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In Utero Stem Cell Transplantation for Hemophilia A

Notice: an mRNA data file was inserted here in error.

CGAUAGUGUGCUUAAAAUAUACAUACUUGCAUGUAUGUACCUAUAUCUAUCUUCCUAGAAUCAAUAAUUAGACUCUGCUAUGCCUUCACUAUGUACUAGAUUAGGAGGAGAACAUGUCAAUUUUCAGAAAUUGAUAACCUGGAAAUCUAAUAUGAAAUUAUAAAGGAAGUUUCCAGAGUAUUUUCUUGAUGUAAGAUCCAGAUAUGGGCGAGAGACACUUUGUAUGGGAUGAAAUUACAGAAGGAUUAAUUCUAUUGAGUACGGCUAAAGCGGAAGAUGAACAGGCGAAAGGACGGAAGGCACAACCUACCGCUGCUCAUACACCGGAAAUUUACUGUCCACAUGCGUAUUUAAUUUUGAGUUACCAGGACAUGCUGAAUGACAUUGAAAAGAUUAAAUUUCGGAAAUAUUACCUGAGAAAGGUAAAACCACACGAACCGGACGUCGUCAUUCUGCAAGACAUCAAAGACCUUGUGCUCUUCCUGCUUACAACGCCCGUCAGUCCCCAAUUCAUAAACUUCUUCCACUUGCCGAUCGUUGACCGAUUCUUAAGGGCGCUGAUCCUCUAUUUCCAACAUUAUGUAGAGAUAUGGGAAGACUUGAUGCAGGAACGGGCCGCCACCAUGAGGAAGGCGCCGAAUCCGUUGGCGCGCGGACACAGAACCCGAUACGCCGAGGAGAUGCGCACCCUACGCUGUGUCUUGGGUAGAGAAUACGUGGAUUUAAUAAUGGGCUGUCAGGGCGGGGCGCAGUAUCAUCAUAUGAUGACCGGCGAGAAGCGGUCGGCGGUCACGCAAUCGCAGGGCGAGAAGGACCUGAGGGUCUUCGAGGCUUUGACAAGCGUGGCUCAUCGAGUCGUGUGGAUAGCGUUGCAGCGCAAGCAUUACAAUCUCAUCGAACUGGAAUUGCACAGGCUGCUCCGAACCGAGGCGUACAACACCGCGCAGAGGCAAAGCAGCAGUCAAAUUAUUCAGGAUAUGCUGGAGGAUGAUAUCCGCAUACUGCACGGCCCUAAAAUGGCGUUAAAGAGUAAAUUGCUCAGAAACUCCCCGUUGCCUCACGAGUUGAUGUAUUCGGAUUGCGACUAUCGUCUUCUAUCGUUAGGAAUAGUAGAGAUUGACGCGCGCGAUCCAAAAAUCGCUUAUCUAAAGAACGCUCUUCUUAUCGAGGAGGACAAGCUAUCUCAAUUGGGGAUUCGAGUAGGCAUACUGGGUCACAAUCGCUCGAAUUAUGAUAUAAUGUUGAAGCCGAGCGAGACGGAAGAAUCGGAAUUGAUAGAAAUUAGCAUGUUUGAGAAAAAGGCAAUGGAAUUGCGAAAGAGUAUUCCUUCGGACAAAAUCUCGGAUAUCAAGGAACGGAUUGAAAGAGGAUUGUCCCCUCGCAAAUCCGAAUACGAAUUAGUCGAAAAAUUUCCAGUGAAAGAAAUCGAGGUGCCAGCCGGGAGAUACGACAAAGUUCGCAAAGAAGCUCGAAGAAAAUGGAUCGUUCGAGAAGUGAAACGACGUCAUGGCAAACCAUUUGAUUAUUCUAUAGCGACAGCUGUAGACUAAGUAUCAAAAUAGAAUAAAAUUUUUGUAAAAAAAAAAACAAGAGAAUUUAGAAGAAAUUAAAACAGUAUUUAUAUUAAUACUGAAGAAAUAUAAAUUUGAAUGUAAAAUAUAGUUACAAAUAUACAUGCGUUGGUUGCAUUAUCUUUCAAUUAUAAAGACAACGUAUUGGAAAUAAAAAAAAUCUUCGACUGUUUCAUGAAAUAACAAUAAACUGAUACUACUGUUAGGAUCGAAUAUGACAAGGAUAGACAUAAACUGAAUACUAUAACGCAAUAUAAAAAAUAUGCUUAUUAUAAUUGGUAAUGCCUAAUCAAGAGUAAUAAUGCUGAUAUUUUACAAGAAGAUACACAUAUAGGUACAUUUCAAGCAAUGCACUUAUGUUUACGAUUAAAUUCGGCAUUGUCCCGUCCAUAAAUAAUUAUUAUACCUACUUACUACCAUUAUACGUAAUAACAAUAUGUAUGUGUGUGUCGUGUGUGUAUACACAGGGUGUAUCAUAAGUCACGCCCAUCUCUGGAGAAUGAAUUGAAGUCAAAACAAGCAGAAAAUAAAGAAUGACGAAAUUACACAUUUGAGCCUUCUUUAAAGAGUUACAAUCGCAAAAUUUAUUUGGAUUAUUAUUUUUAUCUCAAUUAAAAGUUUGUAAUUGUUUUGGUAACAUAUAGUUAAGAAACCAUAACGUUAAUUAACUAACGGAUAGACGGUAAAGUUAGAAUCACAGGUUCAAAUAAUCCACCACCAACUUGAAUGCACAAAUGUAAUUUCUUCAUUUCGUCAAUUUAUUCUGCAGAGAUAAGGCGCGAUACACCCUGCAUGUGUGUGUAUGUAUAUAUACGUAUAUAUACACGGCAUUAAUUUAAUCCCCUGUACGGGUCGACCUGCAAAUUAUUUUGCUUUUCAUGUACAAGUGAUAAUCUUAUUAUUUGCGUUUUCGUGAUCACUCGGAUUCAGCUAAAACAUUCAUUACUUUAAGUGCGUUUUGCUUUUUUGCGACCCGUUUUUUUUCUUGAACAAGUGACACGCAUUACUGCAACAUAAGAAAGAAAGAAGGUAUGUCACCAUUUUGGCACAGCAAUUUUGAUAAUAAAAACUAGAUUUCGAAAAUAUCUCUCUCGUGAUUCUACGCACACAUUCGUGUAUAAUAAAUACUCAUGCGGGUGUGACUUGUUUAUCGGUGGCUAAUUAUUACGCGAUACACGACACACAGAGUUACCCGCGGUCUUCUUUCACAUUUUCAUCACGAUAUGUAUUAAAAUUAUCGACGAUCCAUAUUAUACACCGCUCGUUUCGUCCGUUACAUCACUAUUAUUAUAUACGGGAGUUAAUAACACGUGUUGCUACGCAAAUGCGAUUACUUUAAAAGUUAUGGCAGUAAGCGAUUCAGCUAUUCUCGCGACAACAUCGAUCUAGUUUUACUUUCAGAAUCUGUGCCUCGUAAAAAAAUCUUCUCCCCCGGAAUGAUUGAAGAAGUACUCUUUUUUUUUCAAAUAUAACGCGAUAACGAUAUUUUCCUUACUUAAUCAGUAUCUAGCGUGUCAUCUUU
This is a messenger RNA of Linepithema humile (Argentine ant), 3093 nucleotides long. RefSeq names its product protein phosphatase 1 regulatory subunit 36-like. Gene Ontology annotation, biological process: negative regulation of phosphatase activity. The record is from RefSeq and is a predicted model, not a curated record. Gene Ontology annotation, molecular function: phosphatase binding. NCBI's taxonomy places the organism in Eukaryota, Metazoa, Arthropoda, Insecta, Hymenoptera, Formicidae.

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Hemophilia A is an X-linked recessive bleeding disorder caused by the deficiency/abnormality of Factor VIII. Currently, treatment of hemophilia involves factor replacement using fresh frozen plasma, cryoprecipitate, or Factor VIII concentrate. While this greatly improves the quality of life of hemophiliacs, it is less than ideal, since regular treatments are required throughout the life of the patient. Treating hemophilia in utero would enable correction prior to disease onset, thus allowing the birth of a healthy baby who requires no further treatment. Our laboratory has developed and optimized a unique sheep model for in utero stem cell transplantation (IUSCT) that allows the engraftment and differentiation of human stem cells in the absence of preconditioning, by virtue of the early gestational recipient's pre-immune status. This model has proven to be an accurate and valuable pre-clinical system for evaluating approaches to IUSCT, and the data generated in this model was used to conduct the first successful clinical IUSCT in a patient with X-SCID. In addition to the durable hematopoietic engraftment, transplanted hematopoietic stem cells (HSC) and marrow-derived mesenchymal stem cells (MSC) also give rise to other tissues in this model, including significant numbers of functional hepatocytes. These results suggest that adult marrow-derived stem cells may be ideally suited for cellular therapy to correct disorders such as the hemophilias in which a liver-derived factor is defective or absent. In the present proposal we will test this hypothesis by utilizing cryopreserved semen to re-establish a line of sheep that exhibited spontaneous factor VIII deficiency with symptomology closely mimicking that of human hemophilia A, while simultaneously transplanting normal sheep fetuses with adult HSC and MSC to determine the optimal stem cell population(s) for generating functional hepatic cells in vivo. We will then transplant the affected fetuses in utero with the optimal stem cell population(s) and assess whether this in utero cell therapy approach produces therapeutic benefit in this clinically relevant large animal model of hemophilia A. We will also examine the liver and other tissues of the recipient hemophilic sheep to establish a correlation between the degree of clinical improvement and the levels of Factor VIII-producing cells generated by the transplanted adult human HSC and MSC. It is hoped that these studies using adult BM-derived stem cells will lead to the development of a successful stem cell-based therapeutic approach to treat hemophilia prior to birth, thus obviating the need for lifelong factor therapy with its inherent risks/shortcomings.
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